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    Published on: June 23, 2004

    As expected, the granting of class action status to a gender discrimination suit against Wal-Mart Stores, charging that the company systematically denies female employees compensation and promotion opportunities equal to those enjoyed by men, was given considerable attention by virtually every newspaper in the country this morning.

    It was given considerable attention that the suit is the biggest civil rights action ever filed against a private company.

    The decision means that the suit, originally filed in June 2001 on behalf of a half-dozen former and current female employees of the company, now could represent as many as 1.6 million women who have worked for Wal-Mart in the past or are presently employed by the company.

    The judge made the ruling based on evidence that Wal-Mart’s hiring, pay and promotion policies were consistent across the country, and therefore the company could be held culpable on that basis. Wal-Mart is appealing the decision.
    KC's View:
    It was interesting to see the words “Wal-Mart” and “Martha Stewart” used in the same sentence so many times, as papers questioned whether the same sort of negative publicity that has hurt Stewart also could affect Wal-Mart.

    We’re not sure they are the same, but it does suggest that Wal-Mart could be in for public relations nightmares that could dwarf its legal problems.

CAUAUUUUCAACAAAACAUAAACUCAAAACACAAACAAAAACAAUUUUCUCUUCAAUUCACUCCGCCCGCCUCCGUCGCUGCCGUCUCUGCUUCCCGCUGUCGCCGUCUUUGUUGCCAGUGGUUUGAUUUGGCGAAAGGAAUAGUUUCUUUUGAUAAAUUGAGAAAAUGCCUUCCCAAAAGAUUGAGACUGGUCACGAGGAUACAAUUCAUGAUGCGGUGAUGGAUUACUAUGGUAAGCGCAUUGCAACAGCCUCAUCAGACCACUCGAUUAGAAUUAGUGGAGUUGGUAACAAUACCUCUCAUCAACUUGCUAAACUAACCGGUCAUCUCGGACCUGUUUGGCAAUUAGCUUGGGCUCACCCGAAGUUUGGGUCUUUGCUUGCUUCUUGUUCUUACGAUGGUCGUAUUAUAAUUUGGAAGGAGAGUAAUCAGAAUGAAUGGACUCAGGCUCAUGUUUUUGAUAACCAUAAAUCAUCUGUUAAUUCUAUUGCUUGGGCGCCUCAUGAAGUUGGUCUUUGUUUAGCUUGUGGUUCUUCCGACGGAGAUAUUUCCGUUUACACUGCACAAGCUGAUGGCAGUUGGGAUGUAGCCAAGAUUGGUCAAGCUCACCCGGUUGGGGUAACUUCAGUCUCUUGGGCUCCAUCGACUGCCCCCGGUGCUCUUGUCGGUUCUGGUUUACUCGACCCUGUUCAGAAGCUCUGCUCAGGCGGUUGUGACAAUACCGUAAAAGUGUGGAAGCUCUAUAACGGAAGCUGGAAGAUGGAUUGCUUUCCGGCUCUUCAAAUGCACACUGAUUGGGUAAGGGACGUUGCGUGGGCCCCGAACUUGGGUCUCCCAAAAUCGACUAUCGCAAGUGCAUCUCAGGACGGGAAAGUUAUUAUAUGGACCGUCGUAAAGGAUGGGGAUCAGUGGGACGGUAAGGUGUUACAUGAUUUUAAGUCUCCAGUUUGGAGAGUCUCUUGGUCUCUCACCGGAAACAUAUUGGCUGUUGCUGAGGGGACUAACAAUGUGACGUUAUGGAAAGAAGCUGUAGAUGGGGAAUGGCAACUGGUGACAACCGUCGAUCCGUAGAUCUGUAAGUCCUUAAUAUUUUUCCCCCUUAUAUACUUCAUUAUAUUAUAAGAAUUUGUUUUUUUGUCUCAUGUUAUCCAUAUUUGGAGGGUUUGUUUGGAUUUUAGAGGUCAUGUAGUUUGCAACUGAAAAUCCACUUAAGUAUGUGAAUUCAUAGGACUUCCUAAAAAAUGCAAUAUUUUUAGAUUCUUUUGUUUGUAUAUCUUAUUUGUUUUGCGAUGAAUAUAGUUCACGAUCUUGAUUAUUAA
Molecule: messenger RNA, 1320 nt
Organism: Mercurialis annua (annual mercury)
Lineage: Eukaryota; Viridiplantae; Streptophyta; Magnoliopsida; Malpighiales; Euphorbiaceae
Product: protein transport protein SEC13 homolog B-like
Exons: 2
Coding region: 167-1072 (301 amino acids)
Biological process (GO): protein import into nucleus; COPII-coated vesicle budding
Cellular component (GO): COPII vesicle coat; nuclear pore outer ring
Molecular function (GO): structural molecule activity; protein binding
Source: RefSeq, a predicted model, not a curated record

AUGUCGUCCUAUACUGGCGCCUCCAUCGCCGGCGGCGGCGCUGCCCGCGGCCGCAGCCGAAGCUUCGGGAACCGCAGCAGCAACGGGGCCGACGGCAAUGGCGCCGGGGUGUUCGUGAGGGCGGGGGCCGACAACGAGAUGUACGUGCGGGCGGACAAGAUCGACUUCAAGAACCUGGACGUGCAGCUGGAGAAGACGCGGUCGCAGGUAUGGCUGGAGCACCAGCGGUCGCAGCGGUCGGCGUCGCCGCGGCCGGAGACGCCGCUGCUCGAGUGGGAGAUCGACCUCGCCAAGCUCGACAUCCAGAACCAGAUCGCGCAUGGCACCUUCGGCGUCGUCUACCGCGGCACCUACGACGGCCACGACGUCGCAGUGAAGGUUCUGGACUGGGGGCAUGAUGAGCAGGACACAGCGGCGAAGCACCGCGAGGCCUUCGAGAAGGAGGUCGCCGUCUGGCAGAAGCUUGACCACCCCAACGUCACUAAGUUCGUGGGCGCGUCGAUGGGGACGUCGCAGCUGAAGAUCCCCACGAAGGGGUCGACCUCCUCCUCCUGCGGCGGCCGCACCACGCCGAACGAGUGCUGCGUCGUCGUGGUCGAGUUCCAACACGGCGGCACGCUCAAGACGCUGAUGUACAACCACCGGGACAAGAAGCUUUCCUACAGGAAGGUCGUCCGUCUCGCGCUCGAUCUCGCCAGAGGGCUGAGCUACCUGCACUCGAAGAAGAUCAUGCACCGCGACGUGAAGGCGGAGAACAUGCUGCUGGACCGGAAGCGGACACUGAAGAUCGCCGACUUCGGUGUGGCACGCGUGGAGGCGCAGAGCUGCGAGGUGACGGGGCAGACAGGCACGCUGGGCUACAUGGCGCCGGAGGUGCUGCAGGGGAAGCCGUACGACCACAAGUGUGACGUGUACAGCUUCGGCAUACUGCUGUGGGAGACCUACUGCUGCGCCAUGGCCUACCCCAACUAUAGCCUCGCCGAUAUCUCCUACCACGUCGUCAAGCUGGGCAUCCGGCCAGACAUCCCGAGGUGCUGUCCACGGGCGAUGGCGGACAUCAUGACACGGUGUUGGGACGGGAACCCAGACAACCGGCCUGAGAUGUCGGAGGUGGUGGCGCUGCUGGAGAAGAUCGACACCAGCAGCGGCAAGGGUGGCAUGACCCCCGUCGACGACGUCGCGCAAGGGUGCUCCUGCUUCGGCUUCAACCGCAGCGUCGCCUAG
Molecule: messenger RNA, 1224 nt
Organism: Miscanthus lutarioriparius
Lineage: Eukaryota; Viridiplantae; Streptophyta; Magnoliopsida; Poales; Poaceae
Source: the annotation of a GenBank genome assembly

Published on: June 23, 2004

    The Atlanta Journal-Constitution reports on Starbucks’ ultimate business goal – to become as well known as Coca-Cola.

    It was a goal that the company established for itself eight years ago – and has made progress toward faster than expected. "This has really happened far more rapidly than I ever imagined," Orin Smith, Starbucks' president and CEO, told the paper. "We're not even 10 years into that 25- or 30-year plan ... and yet we're on the playing field" of brand awareness.

    The company currently has more than 7,500 units around the globe, with more than 1,300 new stores planned for this year alone.

    But the lynchpin of Starbucks’ plans seems to be creating “concierge services” that will capitalize on its brand awareness – offering, according to the paper, “not just a good cup of joe but all sorts of services and products befitting someone willing to shell out $2 or more for a cup of flavored caffeine.”